Following the band's splintering, Gilmour released his second solo album, 1984's About Face, and he lent his talents as a guitarist to a number of projects, including albums by Paul McCartney, Bryan Ferry, Pete Townshend, and Supertramp, and produced the debut album for the Dream Academy. Waters made his solo debut with 1984's The Pros and Cons of Hitch Hiking, and he filed a lawsuit to dissolve Pink Floyd's legal partnership. However, the court found in favor of Gilmour and Mason, and in 1987, Gilmour became Pink Floyd's new leader and principal songwriter as he relaunched the band with the album A Momentary Lapse of Reason. Pink Floyd supported the album with a successful extended tour - their first since a small handful of elaborate shows following The Wall - and a live album from the shows, Delicate Sound of Thunder, was released in 1988. After coming off the road, Gilmour stayed busy with session work, making guest appearances with acts as diverse as Warren Zevon and Elton John, while writing material for the next Pink Floyd effort. While a few new pieces appeared on 1992's La Carrera Panamerica, a video documenting Gilmour and Mason's participation in an auto race in Mexico, Pink Floyd's next full album, The Division Bell, didn't appear until 1994. Once again, a major international tour followed, and on many dates they performed The Dark Side of the Moon in its entirety, along with other material from their catalog; one such concert was documented on the 1995 live album Pulse. An archival album drawn from Pink Floyd's performances of The Wall in 1980 and 1981 appeared in 2000, but no new material appeared. Gilmour reunited with Waters, Mason, and Wright for a one-off Pink Floyd performance at the 2005 Live 8 concert in London (a benefit to promote solutions to global poverty), but the band turned down lucrative offers for a new tour, and in 2006, Gilmour told reporters that Pink Floyd was not likely to record or perform again, saying "I have had a wonderful time, but it's over. For me, it's much less complicated to work alone." Gilmour performed a critically lauded series of acoustic shows in London in 2002, and in 2006 he released a new solo album, On an Island. The album was followed with a major concert tour; Gilmour's London concert was videotaped for a 2007 DVD release, Remember That Night: Live at the Royal Albert Hall, while a show at the Gdansk shipyards with a full orchestra appeared on the 2008 album Live in Gdansk. In 2010, Gilmour teamed up with acclaimed ambient electronic act the Orb for a collaborative album, Metallic Spheres.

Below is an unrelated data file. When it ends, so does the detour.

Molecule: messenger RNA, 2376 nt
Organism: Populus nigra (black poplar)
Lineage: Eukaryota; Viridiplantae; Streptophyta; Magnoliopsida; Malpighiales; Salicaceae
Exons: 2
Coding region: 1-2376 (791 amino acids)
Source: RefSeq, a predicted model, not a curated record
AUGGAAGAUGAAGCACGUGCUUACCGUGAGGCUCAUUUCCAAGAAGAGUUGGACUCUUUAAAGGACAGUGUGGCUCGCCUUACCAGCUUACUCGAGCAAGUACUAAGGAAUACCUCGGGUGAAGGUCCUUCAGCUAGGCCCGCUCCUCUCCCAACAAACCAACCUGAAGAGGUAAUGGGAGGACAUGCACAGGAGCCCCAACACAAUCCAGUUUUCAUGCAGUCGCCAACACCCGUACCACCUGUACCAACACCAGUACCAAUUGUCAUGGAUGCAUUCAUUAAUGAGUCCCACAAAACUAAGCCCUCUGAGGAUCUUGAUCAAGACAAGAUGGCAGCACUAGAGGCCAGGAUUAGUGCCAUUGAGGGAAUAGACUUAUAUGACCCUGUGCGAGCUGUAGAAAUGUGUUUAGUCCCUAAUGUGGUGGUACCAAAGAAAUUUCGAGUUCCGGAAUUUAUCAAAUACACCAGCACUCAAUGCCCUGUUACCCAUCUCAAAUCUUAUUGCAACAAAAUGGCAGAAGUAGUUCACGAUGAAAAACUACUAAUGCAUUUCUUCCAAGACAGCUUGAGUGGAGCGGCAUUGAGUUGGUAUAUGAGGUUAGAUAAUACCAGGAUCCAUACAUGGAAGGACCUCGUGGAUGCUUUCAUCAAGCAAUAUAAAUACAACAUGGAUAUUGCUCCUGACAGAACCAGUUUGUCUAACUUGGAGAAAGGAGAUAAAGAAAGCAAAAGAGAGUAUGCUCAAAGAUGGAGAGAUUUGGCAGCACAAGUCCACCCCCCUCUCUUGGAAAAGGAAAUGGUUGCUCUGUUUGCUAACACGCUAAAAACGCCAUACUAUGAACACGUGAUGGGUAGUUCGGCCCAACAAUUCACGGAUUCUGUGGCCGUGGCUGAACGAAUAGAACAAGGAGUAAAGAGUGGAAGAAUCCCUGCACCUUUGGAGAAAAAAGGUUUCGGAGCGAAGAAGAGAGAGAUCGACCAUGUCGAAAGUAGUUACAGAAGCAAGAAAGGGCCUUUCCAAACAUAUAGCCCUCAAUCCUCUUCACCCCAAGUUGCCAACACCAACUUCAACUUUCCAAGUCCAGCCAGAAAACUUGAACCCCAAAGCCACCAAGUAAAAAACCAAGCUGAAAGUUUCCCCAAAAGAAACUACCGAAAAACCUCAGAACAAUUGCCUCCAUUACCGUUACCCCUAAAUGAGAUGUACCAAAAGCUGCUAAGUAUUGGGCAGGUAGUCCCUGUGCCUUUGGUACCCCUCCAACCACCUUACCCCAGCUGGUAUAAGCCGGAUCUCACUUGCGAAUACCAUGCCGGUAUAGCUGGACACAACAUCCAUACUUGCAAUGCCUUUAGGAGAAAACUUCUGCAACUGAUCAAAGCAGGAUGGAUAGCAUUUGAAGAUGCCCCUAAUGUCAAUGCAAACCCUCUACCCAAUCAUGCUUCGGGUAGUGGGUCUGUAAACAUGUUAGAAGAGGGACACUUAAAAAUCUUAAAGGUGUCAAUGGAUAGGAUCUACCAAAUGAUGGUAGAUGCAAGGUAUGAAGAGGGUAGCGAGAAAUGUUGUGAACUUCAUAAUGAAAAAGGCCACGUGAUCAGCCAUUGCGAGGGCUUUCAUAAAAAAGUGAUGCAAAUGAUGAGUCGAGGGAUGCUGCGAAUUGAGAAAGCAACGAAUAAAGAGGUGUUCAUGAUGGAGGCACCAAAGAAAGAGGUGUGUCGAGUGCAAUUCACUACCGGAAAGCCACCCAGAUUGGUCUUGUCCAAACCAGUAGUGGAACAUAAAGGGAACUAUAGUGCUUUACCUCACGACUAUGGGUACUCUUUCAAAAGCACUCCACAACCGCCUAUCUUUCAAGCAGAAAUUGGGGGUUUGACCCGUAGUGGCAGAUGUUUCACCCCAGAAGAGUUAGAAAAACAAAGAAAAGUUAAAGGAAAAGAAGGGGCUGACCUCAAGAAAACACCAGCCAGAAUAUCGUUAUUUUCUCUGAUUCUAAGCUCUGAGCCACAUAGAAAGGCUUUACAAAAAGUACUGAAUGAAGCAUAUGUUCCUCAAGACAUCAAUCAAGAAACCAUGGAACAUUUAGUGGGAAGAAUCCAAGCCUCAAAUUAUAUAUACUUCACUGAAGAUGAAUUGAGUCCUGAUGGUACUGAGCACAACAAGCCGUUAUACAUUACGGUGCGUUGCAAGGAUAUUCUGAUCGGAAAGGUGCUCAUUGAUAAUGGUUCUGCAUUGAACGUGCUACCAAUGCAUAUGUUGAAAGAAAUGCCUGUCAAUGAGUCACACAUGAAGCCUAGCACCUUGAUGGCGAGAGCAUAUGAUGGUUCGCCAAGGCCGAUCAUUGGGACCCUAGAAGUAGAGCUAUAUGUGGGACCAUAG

Gilmour decided to close the books on Pink Floyd in 2014, working with Nick Mason and producers Phil Manzanera, Youth, and Andy Jackson to complete tapes recorded in 1994. This project turned into The Endless River, an album released in November 2014. Next, Gilmour recorded his fourth solo album, reteaming with Manzanera for Rattle That Lock, released in September 2015 and peaked in the top spot in the Top 200.
45 years after Pink Floyd filmed Live at Pompeii in the historic Roman Amphitheatre, Gilmour returned for two shows in July 2016, which were part of the year-long tour in support of Rattle That Lock. The performances were the first-ever rock concerts for an audience in the stone Roman amphitheater. The show was an audio-visual spectacle, featuring lasers, pyrotechnics, and a huge circular screen on which specially created films complemented selected songs. The music included selections from throughout Gilmour's career - solo and with Pink Floyd, including "One of These Days," the only tune that was also performed at the 1971 Pink Floyd show. The program also included six songs from Rattle That Lock, and two from 2006's On an Island. Both concerts also saw performances of "The Great Gig in the Sky" from The Dark Side of the Moon. These shows were filmed in 4k by director Gavin Elder with art direction from Gilmour's wife, award-winning novelist Polly Samson. They were released in the fall of 2017 in various audio and video packages.